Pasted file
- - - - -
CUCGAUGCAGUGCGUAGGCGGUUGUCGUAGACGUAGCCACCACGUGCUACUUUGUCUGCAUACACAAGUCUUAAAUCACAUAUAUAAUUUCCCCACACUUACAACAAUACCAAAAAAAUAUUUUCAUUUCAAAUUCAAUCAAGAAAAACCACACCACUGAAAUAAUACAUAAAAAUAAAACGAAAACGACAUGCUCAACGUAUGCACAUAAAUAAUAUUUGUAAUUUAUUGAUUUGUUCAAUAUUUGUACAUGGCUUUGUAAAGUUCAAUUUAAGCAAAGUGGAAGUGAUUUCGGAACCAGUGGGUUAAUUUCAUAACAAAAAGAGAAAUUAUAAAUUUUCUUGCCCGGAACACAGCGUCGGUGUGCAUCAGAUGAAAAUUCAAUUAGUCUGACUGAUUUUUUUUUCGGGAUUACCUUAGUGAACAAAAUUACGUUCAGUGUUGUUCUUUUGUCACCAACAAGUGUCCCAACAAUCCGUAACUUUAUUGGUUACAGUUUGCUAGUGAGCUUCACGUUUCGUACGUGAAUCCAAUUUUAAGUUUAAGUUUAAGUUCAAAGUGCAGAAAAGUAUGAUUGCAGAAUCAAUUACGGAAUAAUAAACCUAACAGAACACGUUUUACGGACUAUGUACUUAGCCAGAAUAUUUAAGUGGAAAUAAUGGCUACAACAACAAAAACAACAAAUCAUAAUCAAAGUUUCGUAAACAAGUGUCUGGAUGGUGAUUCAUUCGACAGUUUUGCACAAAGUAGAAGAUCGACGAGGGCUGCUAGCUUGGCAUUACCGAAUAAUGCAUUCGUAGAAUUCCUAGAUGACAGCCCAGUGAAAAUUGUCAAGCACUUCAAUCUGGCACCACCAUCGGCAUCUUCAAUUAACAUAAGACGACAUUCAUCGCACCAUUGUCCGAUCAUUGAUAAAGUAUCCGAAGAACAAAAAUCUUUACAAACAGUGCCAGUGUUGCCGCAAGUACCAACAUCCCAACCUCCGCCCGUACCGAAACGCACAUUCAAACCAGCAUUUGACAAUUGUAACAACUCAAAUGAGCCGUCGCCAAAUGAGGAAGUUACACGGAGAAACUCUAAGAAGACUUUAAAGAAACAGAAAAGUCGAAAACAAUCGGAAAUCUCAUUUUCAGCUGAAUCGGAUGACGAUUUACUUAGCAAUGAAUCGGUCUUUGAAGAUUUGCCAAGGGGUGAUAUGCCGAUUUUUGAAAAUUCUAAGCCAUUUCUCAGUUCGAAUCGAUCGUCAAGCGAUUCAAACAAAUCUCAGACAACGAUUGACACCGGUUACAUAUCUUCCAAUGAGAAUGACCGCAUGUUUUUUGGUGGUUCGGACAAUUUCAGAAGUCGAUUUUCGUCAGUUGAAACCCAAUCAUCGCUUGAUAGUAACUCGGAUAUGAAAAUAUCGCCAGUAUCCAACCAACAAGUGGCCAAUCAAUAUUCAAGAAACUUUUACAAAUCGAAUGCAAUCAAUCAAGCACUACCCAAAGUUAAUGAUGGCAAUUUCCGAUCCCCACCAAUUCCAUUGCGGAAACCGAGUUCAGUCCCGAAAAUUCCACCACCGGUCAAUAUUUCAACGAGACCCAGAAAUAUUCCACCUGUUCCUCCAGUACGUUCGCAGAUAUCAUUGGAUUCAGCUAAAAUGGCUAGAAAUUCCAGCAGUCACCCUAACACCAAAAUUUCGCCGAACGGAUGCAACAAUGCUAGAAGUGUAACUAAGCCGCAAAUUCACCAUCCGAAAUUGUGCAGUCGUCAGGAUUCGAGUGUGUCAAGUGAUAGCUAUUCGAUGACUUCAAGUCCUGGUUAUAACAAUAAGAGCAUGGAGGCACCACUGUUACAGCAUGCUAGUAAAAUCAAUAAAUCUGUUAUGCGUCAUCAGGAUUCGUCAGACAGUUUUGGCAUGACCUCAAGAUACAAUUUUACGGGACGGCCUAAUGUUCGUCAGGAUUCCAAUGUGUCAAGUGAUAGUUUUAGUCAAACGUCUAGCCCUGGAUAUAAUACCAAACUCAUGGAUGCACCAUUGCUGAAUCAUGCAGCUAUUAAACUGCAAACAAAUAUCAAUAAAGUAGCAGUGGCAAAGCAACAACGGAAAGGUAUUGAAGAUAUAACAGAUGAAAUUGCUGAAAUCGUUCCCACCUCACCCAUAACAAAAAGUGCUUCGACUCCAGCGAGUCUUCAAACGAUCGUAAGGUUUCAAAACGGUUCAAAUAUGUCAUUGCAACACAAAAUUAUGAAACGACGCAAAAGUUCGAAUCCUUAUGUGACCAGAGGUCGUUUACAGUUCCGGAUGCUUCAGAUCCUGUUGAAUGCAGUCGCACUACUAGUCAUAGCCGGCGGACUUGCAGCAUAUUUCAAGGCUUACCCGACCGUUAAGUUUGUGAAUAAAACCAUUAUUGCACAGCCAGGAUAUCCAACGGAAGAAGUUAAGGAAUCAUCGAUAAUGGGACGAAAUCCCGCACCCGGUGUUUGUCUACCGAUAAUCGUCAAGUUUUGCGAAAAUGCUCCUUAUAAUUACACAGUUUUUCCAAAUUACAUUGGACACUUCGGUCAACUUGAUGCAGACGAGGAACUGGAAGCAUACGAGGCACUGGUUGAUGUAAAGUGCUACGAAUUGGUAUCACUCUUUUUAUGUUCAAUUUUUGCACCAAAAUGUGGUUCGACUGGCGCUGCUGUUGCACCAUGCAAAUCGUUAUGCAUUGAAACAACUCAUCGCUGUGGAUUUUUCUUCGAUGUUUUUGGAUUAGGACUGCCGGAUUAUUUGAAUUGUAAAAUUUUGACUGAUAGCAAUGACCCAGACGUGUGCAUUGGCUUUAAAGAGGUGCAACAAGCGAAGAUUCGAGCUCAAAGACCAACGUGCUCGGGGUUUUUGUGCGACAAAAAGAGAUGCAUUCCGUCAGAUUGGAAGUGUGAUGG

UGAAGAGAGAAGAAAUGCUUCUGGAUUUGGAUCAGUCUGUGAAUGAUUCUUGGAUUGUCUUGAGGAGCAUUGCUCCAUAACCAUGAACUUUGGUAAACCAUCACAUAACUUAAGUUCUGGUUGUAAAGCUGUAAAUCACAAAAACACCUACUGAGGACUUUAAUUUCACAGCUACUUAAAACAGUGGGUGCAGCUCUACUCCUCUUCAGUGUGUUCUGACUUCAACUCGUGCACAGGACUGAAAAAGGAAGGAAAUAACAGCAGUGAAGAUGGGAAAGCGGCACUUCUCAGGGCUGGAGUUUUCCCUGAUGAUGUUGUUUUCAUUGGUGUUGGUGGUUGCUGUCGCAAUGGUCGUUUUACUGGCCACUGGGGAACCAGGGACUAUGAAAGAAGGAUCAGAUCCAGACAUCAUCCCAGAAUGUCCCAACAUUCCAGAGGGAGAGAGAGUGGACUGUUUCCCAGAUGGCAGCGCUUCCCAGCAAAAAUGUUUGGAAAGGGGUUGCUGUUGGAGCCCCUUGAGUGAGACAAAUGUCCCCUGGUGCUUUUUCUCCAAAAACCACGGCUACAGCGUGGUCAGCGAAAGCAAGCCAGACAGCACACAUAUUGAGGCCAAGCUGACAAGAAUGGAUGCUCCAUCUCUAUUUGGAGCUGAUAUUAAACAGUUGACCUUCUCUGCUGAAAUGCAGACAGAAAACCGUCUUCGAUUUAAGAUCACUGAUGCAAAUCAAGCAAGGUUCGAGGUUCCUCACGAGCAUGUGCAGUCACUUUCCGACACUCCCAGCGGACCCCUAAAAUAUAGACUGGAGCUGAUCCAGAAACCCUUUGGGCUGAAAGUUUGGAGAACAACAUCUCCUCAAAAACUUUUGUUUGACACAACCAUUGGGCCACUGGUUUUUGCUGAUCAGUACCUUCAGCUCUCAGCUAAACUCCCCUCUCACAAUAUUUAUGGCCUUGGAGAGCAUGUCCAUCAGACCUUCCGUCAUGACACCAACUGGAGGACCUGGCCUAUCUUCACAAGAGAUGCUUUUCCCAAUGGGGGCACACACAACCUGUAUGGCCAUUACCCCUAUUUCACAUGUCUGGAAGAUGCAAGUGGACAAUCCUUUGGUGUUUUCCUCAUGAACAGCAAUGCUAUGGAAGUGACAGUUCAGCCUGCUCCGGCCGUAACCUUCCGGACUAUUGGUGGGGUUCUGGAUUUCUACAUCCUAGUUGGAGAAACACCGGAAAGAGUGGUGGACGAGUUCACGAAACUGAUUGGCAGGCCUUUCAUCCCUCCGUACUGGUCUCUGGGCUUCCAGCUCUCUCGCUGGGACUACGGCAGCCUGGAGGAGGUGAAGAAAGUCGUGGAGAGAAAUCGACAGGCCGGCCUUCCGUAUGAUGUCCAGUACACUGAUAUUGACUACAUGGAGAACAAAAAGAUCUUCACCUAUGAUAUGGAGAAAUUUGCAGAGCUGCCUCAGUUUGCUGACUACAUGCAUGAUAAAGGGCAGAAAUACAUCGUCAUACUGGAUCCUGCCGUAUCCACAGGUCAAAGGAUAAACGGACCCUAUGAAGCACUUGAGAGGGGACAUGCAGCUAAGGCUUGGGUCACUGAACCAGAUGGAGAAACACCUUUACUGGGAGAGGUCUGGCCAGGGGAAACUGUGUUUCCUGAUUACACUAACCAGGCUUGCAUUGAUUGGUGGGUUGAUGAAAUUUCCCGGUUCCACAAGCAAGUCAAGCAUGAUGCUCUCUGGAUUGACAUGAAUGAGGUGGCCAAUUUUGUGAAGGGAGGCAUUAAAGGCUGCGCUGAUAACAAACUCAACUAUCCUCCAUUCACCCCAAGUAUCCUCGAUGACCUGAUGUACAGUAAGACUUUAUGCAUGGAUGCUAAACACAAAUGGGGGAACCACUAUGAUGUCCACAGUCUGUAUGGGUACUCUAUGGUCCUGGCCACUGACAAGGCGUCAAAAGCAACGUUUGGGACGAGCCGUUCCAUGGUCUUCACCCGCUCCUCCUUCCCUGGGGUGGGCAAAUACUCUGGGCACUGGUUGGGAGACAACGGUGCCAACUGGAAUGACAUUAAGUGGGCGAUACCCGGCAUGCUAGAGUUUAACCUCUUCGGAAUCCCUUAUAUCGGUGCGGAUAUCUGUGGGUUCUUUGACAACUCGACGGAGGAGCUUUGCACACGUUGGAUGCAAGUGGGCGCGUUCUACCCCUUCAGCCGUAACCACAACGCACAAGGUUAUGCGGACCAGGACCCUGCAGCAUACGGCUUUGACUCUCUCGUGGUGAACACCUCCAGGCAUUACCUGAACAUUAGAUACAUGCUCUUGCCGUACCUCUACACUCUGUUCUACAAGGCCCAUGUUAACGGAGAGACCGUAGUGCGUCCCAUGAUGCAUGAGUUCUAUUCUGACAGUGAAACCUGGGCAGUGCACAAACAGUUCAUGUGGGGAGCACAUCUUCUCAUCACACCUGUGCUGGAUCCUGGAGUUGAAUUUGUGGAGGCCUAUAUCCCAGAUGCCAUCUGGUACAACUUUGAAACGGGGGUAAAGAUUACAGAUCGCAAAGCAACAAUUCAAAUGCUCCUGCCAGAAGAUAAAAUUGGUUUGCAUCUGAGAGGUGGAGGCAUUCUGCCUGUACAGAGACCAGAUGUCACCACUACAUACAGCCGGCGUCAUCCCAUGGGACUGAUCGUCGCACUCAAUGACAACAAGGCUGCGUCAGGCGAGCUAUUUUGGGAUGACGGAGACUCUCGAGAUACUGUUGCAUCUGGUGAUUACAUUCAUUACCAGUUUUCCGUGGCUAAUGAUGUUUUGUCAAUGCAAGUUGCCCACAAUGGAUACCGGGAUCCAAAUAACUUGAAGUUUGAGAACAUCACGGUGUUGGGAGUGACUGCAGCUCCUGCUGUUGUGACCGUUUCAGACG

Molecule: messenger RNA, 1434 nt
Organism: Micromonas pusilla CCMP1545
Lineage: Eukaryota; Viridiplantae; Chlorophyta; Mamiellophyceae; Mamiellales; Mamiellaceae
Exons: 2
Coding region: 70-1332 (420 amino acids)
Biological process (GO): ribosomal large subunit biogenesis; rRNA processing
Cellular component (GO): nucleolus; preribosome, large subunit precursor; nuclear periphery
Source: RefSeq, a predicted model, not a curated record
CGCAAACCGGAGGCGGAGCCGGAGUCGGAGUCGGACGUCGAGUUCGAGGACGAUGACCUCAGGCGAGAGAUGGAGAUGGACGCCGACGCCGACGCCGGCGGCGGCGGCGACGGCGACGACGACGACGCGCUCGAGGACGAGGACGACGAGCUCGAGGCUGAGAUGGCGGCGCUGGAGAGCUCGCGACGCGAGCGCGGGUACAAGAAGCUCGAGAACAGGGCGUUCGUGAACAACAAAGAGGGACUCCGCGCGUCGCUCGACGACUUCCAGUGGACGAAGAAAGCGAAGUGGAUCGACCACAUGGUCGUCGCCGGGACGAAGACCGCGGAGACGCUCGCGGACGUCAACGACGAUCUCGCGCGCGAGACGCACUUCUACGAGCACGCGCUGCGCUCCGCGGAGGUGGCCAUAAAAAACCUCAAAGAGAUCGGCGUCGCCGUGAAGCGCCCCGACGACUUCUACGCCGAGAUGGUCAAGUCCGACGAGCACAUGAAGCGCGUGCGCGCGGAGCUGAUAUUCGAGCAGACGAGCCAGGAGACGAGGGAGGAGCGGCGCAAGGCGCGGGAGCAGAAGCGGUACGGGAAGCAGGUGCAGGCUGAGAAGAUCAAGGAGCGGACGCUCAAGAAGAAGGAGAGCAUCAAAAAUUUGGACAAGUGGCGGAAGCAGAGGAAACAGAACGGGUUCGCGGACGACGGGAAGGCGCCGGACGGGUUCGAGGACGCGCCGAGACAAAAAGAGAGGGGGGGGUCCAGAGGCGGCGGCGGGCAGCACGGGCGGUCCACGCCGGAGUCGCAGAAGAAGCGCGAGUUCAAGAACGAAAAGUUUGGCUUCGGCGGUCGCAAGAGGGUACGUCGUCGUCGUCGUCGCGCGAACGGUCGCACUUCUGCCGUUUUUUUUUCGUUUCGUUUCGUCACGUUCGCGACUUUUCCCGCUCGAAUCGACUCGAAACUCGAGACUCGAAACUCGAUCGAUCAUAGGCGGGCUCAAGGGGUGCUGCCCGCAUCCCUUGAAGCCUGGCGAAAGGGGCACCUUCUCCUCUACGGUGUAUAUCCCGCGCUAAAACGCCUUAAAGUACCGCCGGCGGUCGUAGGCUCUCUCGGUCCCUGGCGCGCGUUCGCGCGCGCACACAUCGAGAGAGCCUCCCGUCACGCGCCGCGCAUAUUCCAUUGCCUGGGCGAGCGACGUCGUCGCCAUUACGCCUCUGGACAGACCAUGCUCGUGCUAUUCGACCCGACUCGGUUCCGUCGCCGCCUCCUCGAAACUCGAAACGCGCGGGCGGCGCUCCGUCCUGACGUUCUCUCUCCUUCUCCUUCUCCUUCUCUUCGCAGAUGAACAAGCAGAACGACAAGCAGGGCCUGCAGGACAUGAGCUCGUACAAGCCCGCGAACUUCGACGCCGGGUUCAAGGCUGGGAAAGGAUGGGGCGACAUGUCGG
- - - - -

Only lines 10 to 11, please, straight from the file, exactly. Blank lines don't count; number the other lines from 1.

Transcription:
Source: RefSeq, a predicted model, not a curated record
CGCAAACCGGAGGCGGAGCCGGAGUCGGAGUCGGACGUCGAGUUCGAGGACGAUGACCUCAGGCGAGAGAUGGAGAUGGACGCCGACGCCGACGCCGGCGGCGGCGGCGACGGCGACGACGACGACGCGCUCGAGGACGAGGACGACGAGCUCGAGGCUGAGAUGGCGGCGCUGGAGAGCUCGCGACGCGAGCGCGGGUACAAGAAGCUCGAGAACAGGGCGUUCGUGAACAACAAAGAGGGACUCCGCGCGUCGCUCGACGACUUCCAGUGGACGAAGAAAGCGAAGUGGAUCGACCACAUGGUCGUCGCCGGGACGAAGACCGCGGAGACGCUCGCGGACGUCAACGACGAUCUCGCGCGCGAGACGCACUUCUACGAGCACGCGCUGCGCUCCGCGGAGGUGGCCAUAAAAAACCUCAAAGAGAUCGGCGUCGCCGUGAAGCGCCCCGACGACUUCUACGCCGAGAUGGUCAAGUCCGACGAGCACAUGAAGCGCGUGCGCGCGGAGCUGAUAUUCGAGCAGACGAGCCAGGAGACGAGGGAGGAGCGGCGCAAGGCGCGGGAGCAGAAGCGGUACGGGAAGCAGGUGCAGGCUGAGAAGAUCAAGGAGCGGACGCUCAAGAAGAAGGAGAGCAUCAAAAAUUUGGACAAGUGGCGGAAGCAGAGGAAACAGAACGGGUUCGCGGACGACGGGAAGGCGCCGGACGGGUUCGAGGACGCGCCGAGACAAAAAGAGAGGGGGGGGUCCAGAGGCGGCGGCGGGCAGCACGGGCGGUCCACGCCGGAGUCGCAGAAGAAGCGCGAGUUCAAGAACGAAAAGUUUGGCUUCGGCGGUCGCAAGAGGGUACGUCGUCGUCGUCGUCGCGCGAACGGUCGCACUUCUGCCGUUUUUUUUUCGUUUCGUUUCGUCACGUUCGCGACUUUUCCCGCUCGAAUCGACUCGAAACUCGAGACUCGAAACUCGAUCGAUCAUAGGCGGGCUCAAGGGGUGCUGCCCGCAUCCCUUGAAGCCUGGCGAAAGGGGCACCUUCUCCUCUACGGUGUAUAUCCCGCGCUAAAACGCCUUAAAGUACCGCCGGCGGUCGUAGGCUCUCUCGGUCCCUGGCGCGCGUUCGCGCGCGCACACAUCGAGAGAGCCUCCCGUCACGCGCCGCGCAUAUUCCAUUGCCUGGGCGAGCGACGUCGUCGCCAUUACGCCUCUGGACAGACCAUGCUCGUGCUAUUCGACCCGACUCGGUUCCGUCGCCGCCUCCUCGAAACUCGAAACGCGCGGGCGGCGCUCCGUCCUGACGUUCUCUCUCCUUCUCCUUCUCCUUCUCUUCGCAGAUGAACAAGCAGAACGACAAGCAGGGCCUGCAGGACAUGAGCUCGUACAAGCCCGCGAACUUCGACGCCGGGUUCAAGGCUGGGAAAGGAUGGGGCGACAUGUCGG